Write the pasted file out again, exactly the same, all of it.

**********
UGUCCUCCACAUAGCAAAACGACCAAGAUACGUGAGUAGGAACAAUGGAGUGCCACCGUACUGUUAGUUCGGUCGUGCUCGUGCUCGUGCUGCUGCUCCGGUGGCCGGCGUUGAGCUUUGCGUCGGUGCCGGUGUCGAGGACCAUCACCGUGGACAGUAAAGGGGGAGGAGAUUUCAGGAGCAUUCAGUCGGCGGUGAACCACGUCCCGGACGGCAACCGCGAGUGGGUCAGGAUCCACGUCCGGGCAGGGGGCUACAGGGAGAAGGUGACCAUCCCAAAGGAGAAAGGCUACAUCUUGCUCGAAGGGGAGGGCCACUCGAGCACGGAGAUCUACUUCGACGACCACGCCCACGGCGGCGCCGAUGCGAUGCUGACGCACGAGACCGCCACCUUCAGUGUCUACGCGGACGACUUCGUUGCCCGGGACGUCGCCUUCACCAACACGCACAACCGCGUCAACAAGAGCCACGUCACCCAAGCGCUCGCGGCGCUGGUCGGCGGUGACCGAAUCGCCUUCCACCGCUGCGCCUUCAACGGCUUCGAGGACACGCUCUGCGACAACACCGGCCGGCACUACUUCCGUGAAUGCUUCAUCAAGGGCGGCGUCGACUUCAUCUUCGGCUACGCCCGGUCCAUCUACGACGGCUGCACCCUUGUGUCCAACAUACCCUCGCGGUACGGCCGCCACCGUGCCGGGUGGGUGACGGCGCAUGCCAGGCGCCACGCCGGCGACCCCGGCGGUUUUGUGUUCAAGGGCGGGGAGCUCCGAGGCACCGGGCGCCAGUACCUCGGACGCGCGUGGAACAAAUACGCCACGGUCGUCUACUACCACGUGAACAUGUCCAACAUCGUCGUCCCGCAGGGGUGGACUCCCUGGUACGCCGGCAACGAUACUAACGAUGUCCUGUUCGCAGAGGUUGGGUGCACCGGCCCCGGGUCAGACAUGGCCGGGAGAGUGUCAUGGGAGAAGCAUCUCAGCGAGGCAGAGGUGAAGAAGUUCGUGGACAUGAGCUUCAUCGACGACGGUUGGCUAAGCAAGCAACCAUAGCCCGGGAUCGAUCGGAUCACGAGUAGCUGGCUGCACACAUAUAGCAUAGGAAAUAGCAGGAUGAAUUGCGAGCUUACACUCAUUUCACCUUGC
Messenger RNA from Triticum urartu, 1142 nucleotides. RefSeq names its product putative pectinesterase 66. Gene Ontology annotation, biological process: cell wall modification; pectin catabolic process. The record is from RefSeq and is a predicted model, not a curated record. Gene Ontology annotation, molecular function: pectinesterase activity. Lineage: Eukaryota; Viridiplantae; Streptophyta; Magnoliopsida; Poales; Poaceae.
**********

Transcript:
UGUCCUCCACAUAGCAAAACGACCAAGAUACGUGAGUAGGAACAAUGGAGUGCCACCGUACUGUUAGUUCGGUCGUGCUCGUGCUCGUGCUGCUGCUCCGGUGGCCGGCGUUGAGCUUUGCGUCGGUGCCGGUGUCGAGGACCAUCACCGUGGACAGUAAAGGGGGAGGAGAUUUCAGGAGCAUUCAGUCGGCGGUGAACCACGUCCCGGACGGCAACCGCGAGUGGGUCAGGAUCCACGUCCGGGCAGGGGGCUACAGGGAGAAGGUGACCAUCCCAAAGGAGAAAGGCUACAUCUUGCUCGAAGGGGAGGGCCACUCGAGCACGGAGAUCUACUUCGACGACCACGCCCACGGCGGCGCCGAUGCGAUGCUGACGCACGAGACCGCCACCUUCAGUGUCUACGCGGACGACUUCGUUGCCCGGGACGUCGCCUUCACCAACACGCACAACCGCGUCAACAAGAGCCACGUCACCCAAGCGCUCGCGGCGCUGGUCGGCGGUGACCGAAUCGCCUUCCACCGCUGCGCCUUCAACGGCUUCGAGGACACGCUCUGCGACAACACCGGCCGGCACUACUUCCGUGAAUGCUUCAUCAAGGGCGGCGUCGACUUCAUCUUCGGCUACGCCCGGUCCAUCUACGACGGCUGCACCCUUGUGUCCAACAUACCCUCGCGGUACGGCCGCCACCGUGCCGGGUGGGUGACGGCGCAUGCCAGGCGCCACGCCGGCGACCCCGGCGGUUUUGUGUUCAAGGGCGGGGAGCUCCGAGGCACCGGGCGCCAGUACCUCGGACGCGCGUGGAACAAAUACGCCACGGUCGUCUACUACCACGUGAACAUGUCCAACAUCGUCGUCCCGCAGGGGUGGACUCCCUGGUACGCCGGCAACGAUACUAACGAUGUCCUGUUCGCAGAGGUUGGGUGCACCGGCCCCGGGUCAGACAUGGCCGGGAGAGUGUCAUGGGAGAAGCAUCUCAGCGAGGCAGAGGUGAAGAAGUUCGUGGACAUGAGCUUCAUCGACGACGGUUGGCUAAGCAAGCAACCAUAGCCCGGGAUCGAUCGGAUCACGAGUAGCUGGCUGCACACAUAUAGCAUAGGAAAUAGCAGGAUGAAUUGCGAGCUUACACUCAUUUCACCUUGC
Messenger RNA from Triticum urartu, 1142 nucleotides. RefSeq names its product putative pectinesterase 66. Gene Ontology annotation, biological process: cell wall modification; pectin catabolic process. The record is from RefSeq and is a predicted model, not a curated record. Gene Ontology annotation, molecular function: pectinesterase activity. Lineage: Eukaryota; Viridiplantae; Streptophyta; Magnoliopsida; Poales; Poaceae.